The D/C/S disc personality type is called the manager because they are great at using their team to get a job done. If you scored 60% or higher in the dominant, conscientious, and supportive categories then this is you!
What is the DISC test?
The DISC personality test is a self-administered, self-scoring personality assessment of how a person responds in predictable ways to time, tasks, and other situations at home and at work.
Technically, the DISC test is not a ‘test’ because you won’t pass or fail when writing it. There are no right or wrong answers, and there is no bad or good score. Everyone is a mix of all four personality dimensions, and each mix is equally valuable.
While the DISC test provides insight into a person’s interaction with their environment, there are things that it does not measure. Some of these include a person’s:
- Levels of ambition or motivation
- Self-esteem or lack of it
What are the origins of the DISC test?
Personality testing is not a new concept. The word ‘personality’ itself comes from the Latin word ‘persona’ which referred to the masks worn by stage actors in Greek theatre. These masks helped the audience identify which character played the tragic figure, which was the hero (or heroine), which was there for comic effect, and which was the antagonist.
The first recorded use of four quadrants of personality comes from Empedocles in the 5th century BC. Hippocrates in the 4th century BC believed that the four personality characteristics came from four fluids within our bodies. Galen (2nd century AD) first came up with the terms choleric, melancholic, phlegmatic and sanguine to describe the four dimensions of human personality.
1928 was the year when William Marston published his landmark book “Emotions of Normal People.” Marston was a lawyer and a psychologist; he also contributed to the first polygraph test, authored self-help books, and even created the character “Wonder Woman!”
Industrial psychologist Walter Clark developed these ideas into the first DISC profile in 1956. Clark created the ‘Activity Vector Analysis,’ a checklist of adjectives on which he asked people to indicate descriptions that were accurate about themselves. The assessment was intended to be used by employers trying to find qualified employees.
What does DISC stand for?
In 1928, William Marston would label the four personality types:
- D: Dominant
- I: Influential
- S: Steady
- C: Compliant
Based on administering personality assessments to approximately 10,000 people over a 25-year span, www.professionalleadershipinstitute.com updated these four categories to:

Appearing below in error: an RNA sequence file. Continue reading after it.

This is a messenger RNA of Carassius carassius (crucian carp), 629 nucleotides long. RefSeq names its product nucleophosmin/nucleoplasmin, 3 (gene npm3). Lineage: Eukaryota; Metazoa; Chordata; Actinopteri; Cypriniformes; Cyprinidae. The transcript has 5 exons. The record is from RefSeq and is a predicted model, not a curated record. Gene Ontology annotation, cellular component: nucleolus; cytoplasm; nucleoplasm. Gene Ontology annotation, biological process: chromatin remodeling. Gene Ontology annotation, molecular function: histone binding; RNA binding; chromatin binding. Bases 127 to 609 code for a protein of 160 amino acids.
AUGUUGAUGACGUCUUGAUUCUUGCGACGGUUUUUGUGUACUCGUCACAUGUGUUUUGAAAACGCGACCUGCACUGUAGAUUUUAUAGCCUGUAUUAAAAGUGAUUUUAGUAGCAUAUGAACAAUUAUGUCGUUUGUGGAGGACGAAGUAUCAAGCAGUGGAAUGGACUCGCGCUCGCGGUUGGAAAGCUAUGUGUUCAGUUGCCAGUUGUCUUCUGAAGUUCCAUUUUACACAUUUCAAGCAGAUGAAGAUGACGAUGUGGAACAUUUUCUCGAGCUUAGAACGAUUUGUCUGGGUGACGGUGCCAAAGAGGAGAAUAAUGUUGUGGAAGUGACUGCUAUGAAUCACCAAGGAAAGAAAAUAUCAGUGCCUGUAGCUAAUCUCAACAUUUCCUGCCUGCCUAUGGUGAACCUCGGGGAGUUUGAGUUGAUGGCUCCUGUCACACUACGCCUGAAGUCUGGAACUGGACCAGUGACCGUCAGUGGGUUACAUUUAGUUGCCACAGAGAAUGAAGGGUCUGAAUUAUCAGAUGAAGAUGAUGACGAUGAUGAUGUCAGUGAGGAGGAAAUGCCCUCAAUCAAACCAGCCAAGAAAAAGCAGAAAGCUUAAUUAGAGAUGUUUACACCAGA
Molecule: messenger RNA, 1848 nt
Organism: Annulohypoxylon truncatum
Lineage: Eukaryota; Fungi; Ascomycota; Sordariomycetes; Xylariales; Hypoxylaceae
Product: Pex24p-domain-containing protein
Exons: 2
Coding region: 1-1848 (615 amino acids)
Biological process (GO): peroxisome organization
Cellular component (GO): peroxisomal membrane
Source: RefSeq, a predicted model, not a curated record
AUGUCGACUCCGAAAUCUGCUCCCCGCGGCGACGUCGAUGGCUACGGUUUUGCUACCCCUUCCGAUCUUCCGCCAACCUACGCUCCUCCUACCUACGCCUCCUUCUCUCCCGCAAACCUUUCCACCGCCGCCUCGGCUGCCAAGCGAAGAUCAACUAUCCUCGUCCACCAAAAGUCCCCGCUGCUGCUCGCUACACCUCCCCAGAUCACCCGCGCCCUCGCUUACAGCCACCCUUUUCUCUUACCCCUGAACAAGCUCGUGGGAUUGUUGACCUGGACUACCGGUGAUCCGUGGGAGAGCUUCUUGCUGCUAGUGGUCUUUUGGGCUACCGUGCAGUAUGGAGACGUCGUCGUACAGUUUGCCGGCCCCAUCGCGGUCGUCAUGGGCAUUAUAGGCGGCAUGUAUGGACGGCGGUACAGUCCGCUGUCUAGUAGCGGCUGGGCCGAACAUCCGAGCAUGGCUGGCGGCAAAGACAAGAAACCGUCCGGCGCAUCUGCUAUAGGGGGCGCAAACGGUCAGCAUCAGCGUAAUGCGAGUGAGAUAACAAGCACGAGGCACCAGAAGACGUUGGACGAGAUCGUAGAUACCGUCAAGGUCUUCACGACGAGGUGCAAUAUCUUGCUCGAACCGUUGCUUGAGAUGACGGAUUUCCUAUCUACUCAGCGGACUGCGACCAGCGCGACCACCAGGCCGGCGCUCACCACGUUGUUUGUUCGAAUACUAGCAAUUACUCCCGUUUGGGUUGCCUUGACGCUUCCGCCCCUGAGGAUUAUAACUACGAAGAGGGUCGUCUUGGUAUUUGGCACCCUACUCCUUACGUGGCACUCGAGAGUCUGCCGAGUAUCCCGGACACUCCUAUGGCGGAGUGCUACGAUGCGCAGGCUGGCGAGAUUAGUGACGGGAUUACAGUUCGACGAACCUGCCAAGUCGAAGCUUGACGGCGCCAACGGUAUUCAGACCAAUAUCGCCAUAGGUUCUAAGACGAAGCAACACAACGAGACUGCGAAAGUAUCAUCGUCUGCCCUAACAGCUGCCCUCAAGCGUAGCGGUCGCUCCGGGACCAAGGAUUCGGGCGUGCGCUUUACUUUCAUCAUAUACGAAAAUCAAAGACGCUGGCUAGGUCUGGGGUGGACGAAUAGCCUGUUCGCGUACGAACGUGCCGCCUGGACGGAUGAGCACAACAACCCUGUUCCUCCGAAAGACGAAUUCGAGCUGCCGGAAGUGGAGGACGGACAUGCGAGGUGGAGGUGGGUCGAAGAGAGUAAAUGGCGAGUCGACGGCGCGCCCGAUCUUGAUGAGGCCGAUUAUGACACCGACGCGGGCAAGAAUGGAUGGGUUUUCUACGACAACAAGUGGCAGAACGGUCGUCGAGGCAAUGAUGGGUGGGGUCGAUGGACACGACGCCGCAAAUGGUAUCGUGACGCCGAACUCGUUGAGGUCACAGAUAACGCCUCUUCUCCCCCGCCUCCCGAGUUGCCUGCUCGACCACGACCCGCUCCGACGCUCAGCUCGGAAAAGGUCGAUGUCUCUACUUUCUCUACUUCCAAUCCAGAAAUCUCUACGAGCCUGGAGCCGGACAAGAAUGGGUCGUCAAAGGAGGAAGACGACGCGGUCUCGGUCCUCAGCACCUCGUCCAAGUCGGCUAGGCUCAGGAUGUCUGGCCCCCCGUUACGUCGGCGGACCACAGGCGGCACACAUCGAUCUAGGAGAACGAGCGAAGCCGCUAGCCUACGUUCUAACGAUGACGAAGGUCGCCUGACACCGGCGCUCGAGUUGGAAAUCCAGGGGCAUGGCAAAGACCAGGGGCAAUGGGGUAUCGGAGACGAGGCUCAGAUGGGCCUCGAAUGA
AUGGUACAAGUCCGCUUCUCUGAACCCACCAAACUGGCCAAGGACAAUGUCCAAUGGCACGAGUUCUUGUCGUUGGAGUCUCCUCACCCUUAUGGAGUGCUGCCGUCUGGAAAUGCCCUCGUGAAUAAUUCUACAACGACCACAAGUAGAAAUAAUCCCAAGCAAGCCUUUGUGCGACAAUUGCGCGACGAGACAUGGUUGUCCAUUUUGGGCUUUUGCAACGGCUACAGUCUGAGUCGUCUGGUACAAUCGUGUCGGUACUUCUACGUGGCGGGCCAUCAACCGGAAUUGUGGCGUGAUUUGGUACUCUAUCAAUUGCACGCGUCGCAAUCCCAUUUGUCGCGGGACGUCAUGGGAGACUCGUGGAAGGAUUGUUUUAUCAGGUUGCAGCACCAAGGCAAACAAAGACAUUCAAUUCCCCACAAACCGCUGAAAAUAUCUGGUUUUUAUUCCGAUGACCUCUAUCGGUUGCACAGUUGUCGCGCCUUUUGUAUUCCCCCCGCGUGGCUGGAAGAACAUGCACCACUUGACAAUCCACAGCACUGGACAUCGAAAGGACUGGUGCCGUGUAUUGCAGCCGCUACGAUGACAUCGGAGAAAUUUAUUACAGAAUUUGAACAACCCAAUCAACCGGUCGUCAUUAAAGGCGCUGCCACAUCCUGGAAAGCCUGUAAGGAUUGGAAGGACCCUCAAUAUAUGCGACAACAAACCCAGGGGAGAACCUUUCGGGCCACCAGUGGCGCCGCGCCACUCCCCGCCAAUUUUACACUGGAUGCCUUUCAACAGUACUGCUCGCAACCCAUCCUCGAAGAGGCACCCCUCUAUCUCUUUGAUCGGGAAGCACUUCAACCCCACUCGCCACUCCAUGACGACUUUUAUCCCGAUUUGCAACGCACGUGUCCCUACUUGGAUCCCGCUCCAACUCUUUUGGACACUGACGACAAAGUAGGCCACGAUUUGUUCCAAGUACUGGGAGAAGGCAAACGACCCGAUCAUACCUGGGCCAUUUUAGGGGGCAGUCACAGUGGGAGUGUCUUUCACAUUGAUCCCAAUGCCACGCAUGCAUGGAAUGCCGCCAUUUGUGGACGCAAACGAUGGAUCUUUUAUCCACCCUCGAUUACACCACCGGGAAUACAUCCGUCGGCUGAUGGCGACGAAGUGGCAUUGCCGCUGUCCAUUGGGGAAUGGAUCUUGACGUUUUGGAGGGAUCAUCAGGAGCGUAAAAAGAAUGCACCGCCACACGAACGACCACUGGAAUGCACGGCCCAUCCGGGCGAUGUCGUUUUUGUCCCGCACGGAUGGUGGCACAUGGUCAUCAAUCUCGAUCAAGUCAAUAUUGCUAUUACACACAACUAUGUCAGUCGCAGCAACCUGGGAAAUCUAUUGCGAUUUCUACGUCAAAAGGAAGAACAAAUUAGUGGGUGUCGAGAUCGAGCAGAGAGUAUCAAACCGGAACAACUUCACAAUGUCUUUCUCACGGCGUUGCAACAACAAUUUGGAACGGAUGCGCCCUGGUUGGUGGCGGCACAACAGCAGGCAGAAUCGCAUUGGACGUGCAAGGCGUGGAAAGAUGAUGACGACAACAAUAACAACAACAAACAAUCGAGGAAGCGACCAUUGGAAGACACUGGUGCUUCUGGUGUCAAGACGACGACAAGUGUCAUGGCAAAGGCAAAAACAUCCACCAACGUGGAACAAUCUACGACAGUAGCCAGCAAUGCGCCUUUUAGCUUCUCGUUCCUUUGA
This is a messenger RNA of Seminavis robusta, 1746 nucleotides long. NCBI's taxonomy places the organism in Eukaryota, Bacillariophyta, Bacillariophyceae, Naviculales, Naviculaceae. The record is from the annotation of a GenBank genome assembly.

- D: Dominant
- I: Inspiring
- S: Supportive
- C: Conscientious
These categories have been updated to better reflect Marston’s original theory and are also more in step with modern culture. Few people today wish to self-identify as ‘compliant’ for instance. Nor is the ‘S’ personality type necessarily steady in all circumstances.
An overview of the D/C/S disc personality type
Your unique genius: You get results and keep the team happy at the same time!
Managers are driven, clear-minded, practical, and choose their words carefully. They possess the drive, the ability to track detail and the desire to build the harmony that is needed to run a team. They tend to guard their private thoughts and only reveal their own ideas after careful mental processing. They make decisions around practical and rational considerations and may discount or be frustrated by the emotions of others. Because they draw from three personality types, they may respond differently depending on the situation. When high dominance is required, they display it, and so on with their conscientious and supportive dimensions. Since they have a low inspiring score, they rarely display the qualities of imagination and vision possessed by the I.
Strengths of the D/C/S disc personality type:
Challenges of the D/C/S disc personality type:
- Spend too little time building relationships
- Poor communicators
- Preoccupied (usually with work)
Judges others by: How productive, efficient, and low maintenance they are
Motivated by: Achieving results, avoiding risk, fully understanding the complexity of a situation
Under pressure: Become more actively engaged with people and give more input and direction
Fears of the D/C/S disc personality type: Being slowed down by others, sharing personal thoughts and emotions
Possible work fits: Manager, professional services, team leader, department head, entrepreneur
To increase effectiveness:
- Build stronger communication skills
- Allow time for collaboration and brainstorming
- Be more forthcoming in expressing emotions and personal thoughts
- Be more assertive and directive when in leadership positions
- Relieve stress through exercise and other recharge activities
How is the DISC personality test used?
The DISC personality test is used for a variety of purposes including:
- Learning how to communicate better with others
- Understanding the motivations of others
- Hiring the right person for the right job
- Coaching people to recognize their natural areas of strength and weakness
- Self-reflection and personal growth
Summary of the DISC Test
In summary, the DISC tool is a reliable, simple way to:
- enhance communication on your team
- increase your knowledge of your strengths and weaknesses
- learn the strengths and weaknesses of those around you
- understand the motivations of yourself and others
- improve success in hiring and promotion
- dramatically increase your effectiveness working with people
The DISC assessment is simple, easy to use, and highly effective. Complete it for free today!